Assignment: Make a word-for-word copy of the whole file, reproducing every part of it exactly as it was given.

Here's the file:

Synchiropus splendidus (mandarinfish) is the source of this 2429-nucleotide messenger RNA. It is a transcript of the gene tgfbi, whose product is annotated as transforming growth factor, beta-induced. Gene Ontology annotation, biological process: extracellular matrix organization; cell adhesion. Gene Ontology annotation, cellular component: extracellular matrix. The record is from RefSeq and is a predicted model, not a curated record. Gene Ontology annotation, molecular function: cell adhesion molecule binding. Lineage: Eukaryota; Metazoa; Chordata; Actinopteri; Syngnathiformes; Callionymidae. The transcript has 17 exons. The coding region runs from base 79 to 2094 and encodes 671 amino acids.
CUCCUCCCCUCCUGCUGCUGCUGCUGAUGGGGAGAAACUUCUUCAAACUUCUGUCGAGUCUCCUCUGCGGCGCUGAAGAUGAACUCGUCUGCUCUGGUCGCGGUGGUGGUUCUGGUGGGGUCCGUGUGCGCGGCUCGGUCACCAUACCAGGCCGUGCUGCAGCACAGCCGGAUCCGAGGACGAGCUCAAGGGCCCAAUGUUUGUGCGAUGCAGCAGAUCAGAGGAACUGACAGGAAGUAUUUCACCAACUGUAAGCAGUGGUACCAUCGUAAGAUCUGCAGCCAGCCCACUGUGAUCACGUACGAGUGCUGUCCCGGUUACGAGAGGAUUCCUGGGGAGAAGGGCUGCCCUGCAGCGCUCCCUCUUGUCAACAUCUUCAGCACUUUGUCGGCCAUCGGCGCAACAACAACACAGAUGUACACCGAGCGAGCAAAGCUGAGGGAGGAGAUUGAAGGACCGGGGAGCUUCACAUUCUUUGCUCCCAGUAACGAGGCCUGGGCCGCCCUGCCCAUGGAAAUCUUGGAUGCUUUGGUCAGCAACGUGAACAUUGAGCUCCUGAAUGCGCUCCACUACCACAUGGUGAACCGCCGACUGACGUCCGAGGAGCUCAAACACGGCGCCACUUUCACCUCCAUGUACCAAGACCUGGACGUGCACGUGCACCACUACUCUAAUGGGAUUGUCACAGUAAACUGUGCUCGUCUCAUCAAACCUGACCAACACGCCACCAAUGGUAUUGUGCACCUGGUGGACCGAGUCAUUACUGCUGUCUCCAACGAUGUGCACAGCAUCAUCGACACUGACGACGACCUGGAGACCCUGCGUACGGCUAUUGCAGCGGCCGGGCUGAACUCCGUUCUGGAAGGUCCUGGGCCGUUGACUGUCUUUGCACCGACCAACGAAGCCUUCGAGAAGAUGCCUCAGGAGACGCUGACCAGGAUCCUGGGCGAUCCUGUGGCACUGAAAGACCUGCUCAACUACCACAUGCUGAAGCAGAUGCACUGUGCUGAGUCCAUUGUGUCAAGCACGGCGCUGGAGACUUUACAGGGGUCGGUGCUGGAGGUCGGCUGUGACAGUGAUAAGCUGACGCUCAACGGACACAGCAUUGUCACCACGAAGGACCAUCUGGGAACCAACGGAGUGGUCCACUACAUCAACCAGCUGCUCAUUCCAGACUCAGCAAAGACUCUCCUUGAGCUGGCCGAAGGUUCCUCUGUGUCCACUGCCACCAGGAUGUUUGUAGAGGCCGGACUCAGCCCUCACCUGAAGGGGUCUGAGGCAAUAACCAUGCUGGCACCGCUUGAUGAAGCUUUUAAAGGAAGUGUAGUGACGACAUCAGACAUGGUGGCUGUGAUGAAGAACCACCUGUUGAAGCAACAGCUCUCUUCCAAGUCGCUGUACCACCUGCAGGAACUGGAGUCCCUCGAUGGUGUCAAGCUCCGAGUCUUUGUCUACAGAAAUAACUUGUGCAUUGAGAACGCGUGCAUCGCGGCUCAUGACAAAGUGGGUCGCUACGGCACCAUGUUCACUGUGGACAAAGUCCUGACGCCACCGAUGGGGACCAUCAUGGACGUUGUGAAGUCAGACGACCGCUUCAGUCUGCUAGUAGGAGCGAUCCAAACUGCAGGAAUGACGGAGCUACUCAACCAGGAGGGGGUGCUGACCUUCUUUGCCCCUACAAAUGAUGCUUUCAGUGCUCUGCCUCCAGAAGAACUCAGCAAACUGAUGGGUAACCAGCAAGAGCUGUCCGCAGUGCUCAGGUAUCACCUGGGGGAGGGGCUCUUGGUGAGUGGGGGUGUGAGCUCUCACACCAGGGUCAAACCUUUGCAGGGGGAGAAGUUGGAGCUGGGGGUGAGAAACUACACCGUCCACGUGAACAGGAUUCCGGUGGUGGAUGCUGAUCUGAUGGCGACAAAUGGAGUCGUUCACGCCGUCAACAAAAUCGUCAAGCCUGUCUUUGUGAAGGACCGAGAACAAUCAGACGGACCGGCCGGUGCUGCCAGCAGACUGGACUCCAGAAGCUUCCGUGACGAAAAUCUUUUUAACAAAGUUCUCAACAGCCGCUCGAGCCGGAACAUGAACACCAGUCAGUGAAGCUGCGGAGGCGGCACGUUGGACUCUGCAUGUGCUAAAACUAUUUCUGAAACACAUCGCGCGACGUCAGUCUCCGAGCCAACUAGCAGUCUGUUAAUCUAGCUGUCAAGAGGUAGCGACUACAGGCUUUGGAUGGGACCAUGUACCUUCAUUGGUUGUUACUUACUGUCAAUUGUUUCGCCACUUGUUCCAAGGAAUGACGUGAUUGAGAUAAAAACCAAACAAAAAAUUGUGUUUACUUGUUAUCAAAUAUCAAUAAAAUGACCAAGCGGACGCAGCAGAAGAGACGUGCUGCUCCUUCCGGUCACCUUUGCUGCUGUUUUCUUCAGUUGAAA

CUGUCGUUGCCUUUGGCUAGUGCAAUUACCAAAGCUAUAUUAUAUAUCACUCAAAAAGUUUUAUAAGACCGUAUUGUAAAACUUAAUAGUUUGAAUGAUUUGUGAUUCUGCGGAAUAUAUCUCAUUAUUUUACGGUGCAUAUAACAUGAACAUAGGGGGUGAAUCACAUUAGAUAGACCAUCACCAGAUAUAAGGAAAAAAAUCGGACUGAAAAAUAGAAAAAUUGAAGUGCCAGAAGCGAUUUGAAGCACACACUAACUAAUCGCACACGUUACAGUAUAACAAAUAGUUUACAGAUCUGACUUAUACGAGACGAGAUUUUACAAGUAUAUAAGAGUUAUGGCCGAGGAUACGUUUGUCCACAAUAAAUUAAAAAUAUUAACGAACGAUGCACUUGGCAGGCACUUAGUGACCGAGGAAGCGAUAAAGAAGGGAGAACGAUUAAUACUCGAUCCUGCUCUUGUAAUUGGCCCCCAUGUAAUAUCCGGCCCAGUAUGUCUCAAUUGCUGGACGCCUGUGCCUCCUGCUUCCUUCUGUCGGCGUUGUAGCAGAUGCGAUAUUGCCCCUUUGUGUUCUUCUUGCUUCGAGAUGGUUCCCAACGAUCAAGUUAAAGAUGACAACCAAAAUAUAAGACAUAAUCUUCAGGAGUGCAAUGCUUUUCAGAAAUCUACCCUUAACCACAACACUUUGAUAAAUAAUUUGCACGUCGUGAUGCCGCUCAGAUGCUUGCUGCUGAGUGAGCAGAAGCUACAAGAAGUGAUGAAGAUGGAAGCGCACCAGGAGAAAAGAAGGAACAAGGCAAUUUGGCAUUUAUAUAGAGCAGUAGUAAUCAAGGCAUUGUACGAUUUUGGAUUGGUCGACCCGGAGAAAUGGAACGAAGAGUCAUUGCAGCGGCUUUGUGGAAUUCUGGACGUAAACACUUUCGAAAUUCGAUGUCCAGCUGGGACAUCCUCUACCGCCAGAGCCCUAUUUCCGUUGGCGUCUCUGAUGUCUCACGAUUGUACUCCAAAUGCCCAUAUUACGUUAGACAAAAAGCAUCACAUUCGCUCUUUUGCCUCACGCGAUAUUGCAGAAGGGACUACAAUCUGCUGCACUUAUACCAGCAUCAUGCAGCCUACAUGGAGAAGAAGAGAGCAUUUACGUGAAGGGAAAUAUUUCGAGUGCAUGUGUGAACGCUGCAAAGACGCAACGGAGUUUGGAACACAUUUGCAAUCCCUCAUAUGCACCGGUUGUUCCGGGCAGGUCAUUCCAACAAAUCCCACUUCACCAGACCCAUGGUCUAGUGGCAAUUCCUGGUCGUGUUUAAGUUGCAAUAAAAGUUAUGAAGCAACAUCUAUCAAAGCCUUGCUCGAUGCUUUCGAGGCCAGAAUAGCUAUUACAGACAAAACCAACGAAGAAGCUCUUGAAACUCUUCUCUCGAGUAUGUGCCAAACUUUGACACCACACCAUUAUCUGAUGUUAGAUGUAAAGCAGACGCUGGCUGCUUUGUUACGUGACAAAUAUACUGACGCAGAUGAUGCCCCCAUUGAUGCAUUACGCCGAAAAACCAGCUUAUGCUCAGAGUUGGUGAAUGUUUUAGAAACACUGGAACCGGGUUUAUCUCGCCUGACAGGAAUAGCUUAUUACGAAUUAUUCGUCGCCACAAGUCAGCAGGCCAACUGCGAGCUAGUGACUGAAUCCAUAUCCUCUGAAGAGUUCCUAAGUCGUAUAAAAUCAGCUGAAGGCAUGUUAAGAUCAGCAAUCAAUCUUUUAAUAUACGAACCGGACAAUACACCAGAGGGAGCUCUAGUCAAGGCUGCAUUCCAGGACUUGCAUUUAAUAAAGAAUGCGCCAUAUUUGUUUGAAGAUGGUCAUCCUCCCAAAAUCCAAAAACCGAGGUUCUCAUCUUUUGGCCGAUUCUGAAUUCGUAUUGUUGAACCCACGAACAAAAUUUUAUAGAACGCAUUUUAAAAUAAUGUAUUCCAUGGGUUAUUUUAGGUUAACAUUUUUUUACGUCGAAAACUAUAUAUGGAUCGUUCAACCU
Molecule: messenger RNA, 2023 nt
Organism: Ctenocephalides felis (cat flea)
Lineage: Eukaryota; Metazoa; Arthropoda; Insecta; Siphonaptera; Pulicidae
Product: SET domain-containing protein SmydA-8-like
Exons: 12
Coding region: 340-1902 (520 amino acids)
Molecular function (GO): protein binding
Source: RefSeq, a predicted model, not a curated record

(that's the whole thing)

Synchiropus splendidus (mandarinfish) is the source of this 2429-nucleotide messenger RNA. It is a transcript of the gene tgfbi, whose product is annotated as transforming growth factor, beta-induced. Gene Ontology annotation, biological process: extracellular matrix organization; cell adhesion. Gene Ontology annotation, cellular component: extracellular matrix. The record is from RefSeq and is a predicted model, not a curated record. Gene Ontology annotation, molecular function: cell adhesion molecule binding. Lineage: Eukaryota; Metazoa; Chordata; Actinopteri; Syngnathiformes; Callionymidae. The transcript has 17 exons. The coding region runs from base 79 to 2094 and encodes 671 amino acids.
CUCCUCCCCUCCUGCUGCUGCUGCUGAUGGGGAGAAACUUCUUCAAACUUCUGUCGAGUCUCCUCUGCGGCGCUGAAGAUGAACUCGUCUGCUCUGGUCGCGGUGGUGGUUCUGGUGGGGUCCGUGUGCGCGGCUCGGUCACCAUACCAGGCCGUGCUGCAGCACAGCCGGAUCCGAGGACGAGCUCAAGGGCCCAAUGUUUGUGCGAUGCAGCAGAUCAGAGGAACUGACAGGAAGUAUUUCACCAACUGUAAGCAGUGGUACCAUCGUAAGAUCUGCAGCCAGCCCACUGUGAUCACGUACGAGUGCUGUCCCGGUUACGAGAGGAUUCCUGGGGAGAAGGGCUGCCCUGCAGCGCUCCCUCUUGUCAACAUCUUCAGCACUUUGUCGGCCAUCGGCGCAACAACAACACAGAUGUACACCGAGCGAGCAAAGCUGAGGGAGGAGAUUGAAGGACCGGGGAGCUUCACAUUCUUUGCUCCCAGUAACGAGGCCUGGGCCGCCCUGCCCAUGGAAAUCUUGGAUGCUUUGGUCAGCAACGUGAACAUUGAGCUCCUGAAUGCGCUCCACUACCACAUGGUGAACCGCCGACUGACGUCCGAGGAGCUCAAACACGGCGCCACUUUCACCUCCAUGUACCAAGACCUGGACGUGCACGUGCACCACUACUCUAAUGGGAUUGUCACAGUAAACUGUGCUCGUCUCAUCAAACCUGACCAACACGCCACCAAUGGUAUUGUGCACCUGGUGGACCGAGUCAUUACUGCUGUCUCCAACGAUGUGCACAGCAUCAUCGACACUGACGACGACCUGGAGACCCUGCGUACGGCUAUUGCAGCGGCCGGGCUGAACUCCGUUCUGGAAGGUCCUGGGCCGUUGACUGUCUUUGCACCGACCAACGAAGCCUUCGAGAAGAUGCCUCAGGAGACGCUGACCAGGAUCCUGGGCGAUCCUGUGGCACUGAAAGACCUGCUCAACUACCACAUGCUGAAGCAGAUGCACUGUGCUGAGUCCAUUGUGUCAAGCACGGCGCUGGAGACUUUACAGGGGUCGGUGCUGGAGGUCGGCUGUGACAGUGAUAAGCUGACGCUCAACGGACACAGCAUUGUCACCACGAAGGACCAUCUGGGAACCAACGGAGUGGUCCACUACAUCAACCAGCUGCUCAUUCCAGACUCAGCAAAGACUCUCCUUGAGCUGGCCGAAGGUUCCUCUGUGUCCACUGCCACCAGGAUGUUUGUAGAGGCCGGACUCAGCCCUCACCUGAAGGGGUCUGAGGCAAUAACCAUGCUGGCACCGCUUGAUGAAGCUUUUAAAGGAAGUGUAGUGACGACAUCAGACAUGGUGGCUGUGAUGAAGAACCACCUGUUGAAGCAACAGCUCUCUUCCAAGUCGCUGUACCACCUGCAGGAACUGGAGUCCCUCGAUGGUGUCAAGCUCCGAGUCUUUGUCUACAGAAAUAACUUGUGCAUUGAGAACGCGUGCAUCGCGGCUCAUGACAAAGUGGGUCGCUACGGCACCAUGUUCACUGUGGACAAAGUCCUGACGCCACCGAUGGGGACCAUCAUGGACGUUGUGAAGUCAGACGACCGCUUCAGUCUGCUAGUAGGAGCGAUCCAAACUGCAGGAAUGACGGAGCUACUCAACCAGGAGGGGGUGCUGACCUUCUUUGCCCCUACAAAUGAUGCUUUCAGUGCUCUGCCUCCAGAAGAACUCAGCAAACUGAUGGGUAACCAGCAAGAGCUGUCCGCAGUGCUCAGGUAUCACCUGGGGGAGGGGCUCUUGGUGAGUGGGGGUGUGAGCUCUCACACCAGGGUCAAACCUUUGCAGGGGGAGAAGUUGGAGCUGGGGGUGAGAAACUACACCGUCCACGUGAACAGGAUUCCGGUGGUGGAUGCUGAUCUGAUGGCGACAAAUGGAGUCGUUCACGCCGUCAACAAAAUCGUCAAGCCUGUCUUUGUGAAGGACCGAGAACAAUCAGACGGACCGGCCGGUGCUGCCAGCAGACUGGACUCCAGAAGCUUCCGUGACGAAAAUCUUUUUAACAAAGUUCUCAACAGCCGCUCGAGCCGGAACAUGAACACCAGUCAGUGAAGCUGCGGAGGCGGCACGUUGGACUCUGCAUGUGCUAAAACUAUUUCUGAAACACAUCGCGCGACGUCAGUCUCCGAGCCAACUAGCAGUCUGUUAAUCUAGCUGUCAAGAGGUAGCGACUACAGGCUUUGGAUGGGACCAUGUACCUUCAUUGGUUGUUACUUACUGUCAAUUGUUUCGCCACUUGUUCCAAGGAAUGACGUGAUUGAGAUAAAAACCAAACAAAAAAUUGUGUUUACUUGUUAUCAAAUAUCAAUAAAAUGACCAAGCGGACGCAGCAGAAGAGACGUGCUGCUCCUUCCGGUCACCUUUGCUGCUGUUUUCUUCAGUUGAAA

CUGUCGUUGCCUUUGGCUAGUGCAAUUACCAAAGCUAUAUUAUAUAUCACUCAAAAAGUUUUAUAAGACCGUAUUGUAAAACUUAAUAGUUUGAAUGAUUUGUGAUUCUGCGGAAUAUAUCUCAUUAUUUUACGGUGCAUAUAACAUGAACAUAGGGGGUGAAUCACAUUAGAUAGACCAUCACCAGAUAUAAGGAAAAAAAUCGGACUGAAAAAUAGAAAAAUUGAAGUGCCAGAAGCGAUUUGAAGCACACACUAACUAAUCGCACACGUUACAGUAUAACAAAUAGUUUACAGAUCUGACUUAUACGAGACGAGAUUUUACAAGUAUAUAAGAGUUAUGGCCGAGGAUACGUUUGUCCACAAUAAAUUAAAAAUAUUAACGAACGAUGCACUUGGCAGGCACUUAGUGACCGAGGAAGCGAUAAAGAAGGGAGAACGAUUAAUACUCGAUCCUGCUCUUGUAAUUGGCCCCCAUGUAAUAUCCGGCCCAGUAUGUCUCAAUUGCUGGACGCCUGUGCCUCCUGCUUCCUUCUGUCGGCGUUGUAGCAGAUGCGAUAUUGCCCCUUUGUGUUCUUCUUGCUUCGAGAUGGUUCCCAACGAUCAAGUUAAAGAUGACAACCAAAAUAUAAGACAUAAUCUUCAGGAGUGCAAUGCUUUUCAGAAAUCUACCCUUAACCACAACACUUUGAUAAAUAAUUUGCACGUCGUGAUGCCGCUCAGAUGCUUGCUGCUGAGUGAGCAGAAGCUACAAGAAGUGAUGAAGAUGGAAGCGCACCAGGAGAAAAGAAGGAACAAGGCAAUUUGGCAUUUAUAUAGAGCAGUAGUAAUCAAGGCAUUGUACGAUUUUGGAUUGGUCGACCCGGAGAAAUGGAACGAAGAGUCAUUGCAGCGGCUUUGUGGAAUUCUGGACGUAAACACUUUCGAAAUUCGAUGUCCAGCUGGGACAUCCUCUACCGCCAGAGCCCUAUUUCCGUUGGCGUCUCUGAUGUCUCACGAUUGUACUCCAAAUGCCCAUAUUACGUUAGACAAAAAGCAUCACAUUCGCUCUUUUGCCUCACGCGAUAUUGCAGAAGGGACUACAAUCUGCUGCACUUAUACCAGCAUCAUGCAGCCUACAUGGAGAAGAAGAGAGCAUUUACGUGAAGGGAAAUAUUUCGAGUGCAUGUGUGAACGCUGCAAAGACGCAACGGAGUUUGGAACACAUUUGCAAUCCCUCAUAUGCACCGGUUGUUCCGGGCAGGUCAUUCCAACAAAUCCCACUUCACCAGACCCAUGGUCUAGUGGCAAUUCCUGGUCGUGUUUAAGUUGCAAUAAAAGUUAUGAAGCAACAUCUAUCAAAGCCUUGCUCGAUGCUUUCGAGGCCAGAAUAGCUAUUACAGACAAAACCAACGAAGAAGCUCUUGAAACUCUUCUCUCGAGUAUGUGCCAAACUUUGACACCACACCAUUAUCUGAUGUUAGAUGUAAAGCAGACGCUGGCUGCUUUGUUACGUGACAAAUAUACUGACGCAGAUGAUGCCCCCAUUGAUGCAUUACGCCGAAAAACCAGCUUAUGCUCAGAGUUGGUGAAUGUUUUAGAAACACUGGAACCGGGUUUAUCUCGCCUGACAGGAAUAGCUUAUUACGAAUUAUUCGUCGCCACAAGUCAGCAGGCCAACUGCGAGCUAGUGACUGAAUCCAUAUCCUCUGAAGAGUUCCUAAGUCGUAUAAAAUCAGCUGAAGGCAUGUUAAGAUCAGCAAUCAAUCUUUUAAUAUACGAACCGGACAAUACACCAGAGGGAGCUCUAGUCAAGGCUGCAUUCCAGGACUUGCAUUUAAUAAAGAAUGCGCCAUAUUUGUUUGAAGAUGGUCAUCCUCCCAAAAUCCAAAAACCGAGGUUCUCAUCUUUUGGCCGAUUCUGAAUUCGUAUUGUUGAACCCACGAACAAAAUUUUAUAGAACGCAUUUUAAAAUAAUGUAUUCCAUGGGUUAUUUUAGGUUAACAUUUUUUUACGUCGAAAACUAUAUAUGGAUCGUUCAACCU
Molecule: messenger RNA, 2023 nt
Organism: Ctenocephalides felis (cat flea)
Lineage: Eukaryota; Metazoa; Arthropoda; Insecta; Siphonaptera; Pulicidae
Product: SET domain-containing protein SmydA-8-like
Exons: 12
Coding region: 340-1902 (520 amino acids)
Molecular function (GO): protein binding
Source: RefSeq, a predicted model, not a curated record